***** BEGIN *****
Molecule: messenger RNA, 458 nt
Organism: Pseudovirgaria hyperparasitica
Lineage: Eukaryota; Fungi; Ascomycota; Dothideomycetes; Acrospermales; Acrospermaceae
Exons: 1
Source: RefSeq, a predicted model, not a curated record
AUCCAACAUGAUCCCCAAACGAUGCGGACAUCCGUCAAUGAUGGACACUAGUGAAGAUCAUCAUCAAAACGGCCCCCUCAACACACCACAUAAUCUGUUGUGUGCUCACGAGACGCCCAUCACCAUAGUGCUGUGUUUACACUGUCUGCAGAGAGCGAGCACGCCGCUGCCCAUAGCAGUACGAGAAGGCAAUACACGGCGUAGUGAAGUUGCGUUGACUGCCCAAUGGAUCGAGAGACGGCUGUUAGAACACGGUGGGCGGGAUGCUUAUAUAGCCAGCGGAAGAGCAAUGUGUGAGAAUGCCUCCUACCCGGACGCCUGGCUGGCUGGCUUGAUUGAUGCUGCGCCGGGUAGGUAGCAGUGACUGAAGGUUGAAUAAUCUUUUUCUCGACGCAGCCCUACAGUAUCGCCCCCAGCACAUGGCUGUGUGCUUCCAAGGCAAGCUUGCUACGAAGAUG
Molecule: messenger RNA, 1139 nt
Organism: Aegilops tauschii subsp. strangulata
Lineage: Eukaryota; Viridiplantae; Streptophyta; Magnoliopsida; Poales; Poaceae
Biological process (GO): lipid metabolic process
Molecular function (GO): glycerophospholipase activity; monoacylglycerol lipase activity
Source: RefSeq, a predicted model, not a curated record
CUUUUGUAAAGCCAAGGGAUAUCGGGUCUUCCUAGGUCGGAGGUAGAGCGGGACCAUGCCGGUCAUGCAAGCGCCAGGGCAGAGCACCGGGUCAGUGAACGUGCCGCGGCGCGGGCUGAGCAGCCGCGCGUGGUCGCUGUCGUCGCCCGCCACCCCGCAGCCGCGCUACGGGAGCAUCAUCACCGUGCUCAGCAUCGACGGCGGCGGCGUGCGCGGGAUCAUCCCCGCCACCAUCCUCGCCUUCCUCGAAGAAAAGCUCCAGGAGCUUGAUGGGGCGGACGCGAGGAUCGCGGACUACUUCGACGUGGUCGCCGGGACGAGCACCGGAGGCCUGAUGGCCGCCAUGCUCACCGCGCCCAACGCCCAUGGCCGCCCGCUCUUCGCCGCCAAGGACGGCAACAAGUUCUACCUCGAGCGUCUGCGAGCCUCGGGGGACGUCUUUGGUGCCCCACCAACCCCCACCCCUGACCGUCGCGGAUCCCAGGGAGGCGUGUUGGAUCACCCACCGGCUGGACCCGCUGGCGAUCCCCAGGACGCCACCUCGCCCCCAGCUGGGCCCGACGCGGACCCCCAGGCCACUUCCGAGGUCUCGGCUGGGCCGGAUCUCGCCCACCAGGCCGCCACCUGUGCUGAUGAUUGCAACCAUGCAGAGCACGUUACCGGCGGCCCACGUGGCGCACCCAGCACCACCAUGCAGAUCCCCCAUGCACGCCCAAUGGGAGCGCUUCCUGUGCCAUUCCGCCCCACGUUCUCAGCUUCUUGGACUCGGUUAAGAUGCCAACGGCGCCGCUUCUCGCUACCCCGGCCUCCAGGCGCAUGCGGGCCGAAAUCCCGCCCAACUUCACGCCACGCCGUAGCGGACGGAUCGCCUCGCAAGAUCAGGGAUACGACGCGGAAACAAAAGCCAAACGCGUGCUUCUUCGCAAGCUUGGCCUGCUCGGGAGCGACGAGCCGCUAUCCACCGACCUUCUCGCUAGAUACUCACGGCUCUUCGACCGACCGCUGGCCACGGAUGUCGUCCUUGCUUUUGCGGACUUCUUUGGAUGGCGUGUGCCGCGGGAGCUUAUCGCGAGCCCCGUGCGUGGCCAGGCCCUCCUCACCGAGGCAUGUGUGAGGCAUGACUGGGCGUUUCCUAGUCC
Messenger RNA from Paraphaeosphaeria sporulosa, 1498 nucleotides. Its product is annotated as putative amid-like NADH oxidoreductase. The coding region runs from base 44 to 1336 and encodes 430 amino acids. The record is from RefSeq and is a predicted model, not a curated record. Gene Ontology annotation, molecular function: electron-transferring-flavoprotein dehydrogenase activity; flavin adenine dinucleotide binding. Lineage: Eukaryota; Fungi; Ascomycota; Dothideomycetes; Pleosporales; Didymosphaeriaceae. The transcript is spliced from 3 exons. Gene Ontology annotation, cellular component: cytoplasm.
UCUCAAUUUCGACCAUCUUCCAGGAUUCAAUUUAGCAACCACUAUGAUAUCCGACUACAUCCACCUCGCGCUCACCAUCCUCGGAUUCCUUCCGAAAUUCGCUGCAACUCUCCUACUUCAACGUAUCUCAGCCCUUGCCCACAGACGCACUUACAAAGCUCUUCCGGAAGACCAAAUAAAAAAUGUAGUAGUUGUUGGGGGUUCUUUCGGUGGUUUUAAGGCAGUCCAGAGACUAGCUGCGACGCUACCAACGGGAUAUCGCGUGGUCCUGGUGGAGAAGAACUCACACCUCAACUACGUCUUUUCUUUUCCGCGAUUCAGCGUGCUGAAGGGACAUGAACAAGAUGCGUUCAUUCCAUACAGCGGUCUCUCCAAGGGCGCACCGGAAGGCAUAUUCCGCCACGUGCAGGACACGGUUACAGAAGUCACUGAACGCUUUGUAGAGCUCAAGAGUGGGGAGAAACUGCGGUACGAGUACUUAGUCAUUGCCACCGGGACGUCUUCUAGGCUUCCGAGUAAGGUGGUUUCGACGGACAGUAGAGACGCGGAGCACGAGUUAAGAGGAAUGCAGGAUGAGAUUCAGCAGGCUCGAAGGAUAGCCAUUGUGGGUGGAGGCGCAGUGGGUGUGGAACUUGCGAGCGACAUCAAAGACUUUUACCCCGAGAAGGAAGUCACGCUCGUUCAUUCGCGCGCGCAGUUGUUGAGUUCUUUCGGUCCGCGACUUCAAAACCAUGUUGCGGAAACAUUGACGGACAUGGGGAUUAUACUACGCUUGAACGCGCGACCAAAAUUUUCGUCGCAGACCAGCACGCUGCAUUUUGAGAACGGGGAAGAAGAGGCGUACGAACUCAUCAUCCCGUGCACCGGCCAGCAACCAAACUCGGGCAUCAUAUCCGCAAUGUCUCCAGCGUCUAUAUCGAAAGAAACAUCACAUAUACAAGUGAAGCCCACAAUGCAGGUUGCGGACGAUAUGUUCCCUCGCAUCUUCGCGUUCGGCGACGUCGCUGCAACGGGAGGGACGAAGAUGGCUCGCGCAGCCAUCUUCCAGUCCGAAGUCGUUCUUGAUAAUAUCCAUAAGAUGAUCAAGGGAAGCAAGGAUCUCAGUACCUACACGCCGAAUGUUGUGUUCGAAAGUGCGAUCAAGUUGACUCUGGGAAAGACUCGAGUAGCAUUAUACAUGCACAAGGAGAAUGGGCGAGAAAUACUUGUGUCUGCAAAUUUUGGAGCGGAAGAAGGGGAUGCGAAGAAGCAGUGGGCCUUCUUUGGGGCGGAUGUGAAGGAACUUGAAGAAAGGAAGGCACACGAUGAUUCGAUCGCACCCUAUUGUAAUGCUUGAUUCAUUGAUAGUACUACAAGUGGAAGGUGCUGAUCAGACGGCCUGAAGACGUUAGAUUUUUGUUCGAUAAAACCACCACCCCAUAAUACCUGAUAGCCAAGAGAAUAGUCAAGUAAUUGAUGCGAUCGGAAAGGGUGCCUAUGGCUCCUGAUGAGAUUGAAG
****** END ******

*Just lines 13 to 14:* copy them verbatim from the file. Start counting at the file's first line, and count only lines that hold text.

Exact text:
CUUUUGUAAAGCCAAGGGAUAUCGGGUCUUCCUAGGUCGGAGGUAGAGCGGGACCAUGCCGGUCAUGCAAGCGCCAGGGCAGAGCACCGGGUCAGUGAACGUGCCGCGGCGCGGGCUGAGCAGCCGCGCGUGGUCGCUGUCGUCGCCCGCCACCCCGCAGCCGCGCUACGGGAGCAUCAUCACCGUGCUCAGCAUCGACGGCGGCGGCGUGCGCGGGAUCAUCCCCGCCACCAUCCUCGCCUUCCUCGAAGAAAAGCUCCAGGAGCUUGAUGGGGCGGACGCGAGGAUCGCGGACUACUUCGACGUGGUCGCCGGGACGAGCACCGGAGGCCUGAUGGCCGCCAUGCUCACCGCGCCCAACGCCCAUGGCCGCCCGCUCUUCGCCGCCAAGGACGGCAACAAGUUCUACCUCGAGCGUCUGCGAGCCUCGGGGGACGUCUUUGGUGCCCCACCAACCCCCACCCCUGACCGUCGCGGAUCCCAGGGAGGCGUGUUGGAUCACCCACCGGCUGGACCCGCUGGCGAUCCCCAGGACGCCACCUCGCCCCCAGCUGGGCCCGACGCGGACCCCCAGGCCACUUCCGAGGUCUCGGCUGGGCCGGAUCUCGCCCACCAGGCCGCCACCUGUGCUGAUGAUUGCAACCAUGCAGAGCACGUUACCGGCGGCCCACGUGGCGCACCCAGCACCACCAUGCAGAUCCCCCAUGCACGCCCAAUGGGAGCGCUUCCUGUGCCAUUCCGCCCCACGUUCUCAGCUUCUUGGACUCGGUUAAGAUGCCAACGGCGCCGCUUCUCGCUACCCCGGCCUCCAGGCGCAUGCGGGCCGAAAUCCCGCCCAACUUCACGCCACGCCGUAGCGGACGGAUCGCCUCGCAAGAUCAGGGAUACGACGCGGAAACAAAAGCCAAACGCGUGCUUCUUCGCAAGCUUGGCCUGCUCGGGAGCGACGAGCCGCUAUCCACCGACCUUCUCGCUAGAUACUCACGGCUCUUCGACCGACCGCUGGCCACGGAUGUCGUCCUUGCUUUUGCGGACUUCUUUGGAUGGCGUGUGCCGCGGGAGCUUAUCGCGAGCCCCGUGCGUGGCCAGGCCCUCCUCACCGAGGCAUGUGUGAGGCAUGACUGGGCGUUUCCUAGUCC
Messenger RNA from Paraphaeosphaeria sporulosa, 1498 nucleotides. Its product is annotated as putative amid-like NADH oxidoreductase. The coding region runs from base 44 to 1336 and encodes 430 amino acids. The record is from RefSeq and is a predicted model, not a curated record. Gene Ontology annotation, molecular function: electron-transferring-flavoprotein dehydrogenase activity; flavin adenine dinucleotide binding. Lineage: Eukaryota; Fungi; Ascomycota; Dothideomycetes; Pleosporales; Didymosphaeriaceae. The transcript is spliced from 3 exons. Gene Ontology annotation, cellular component: cytoplasm.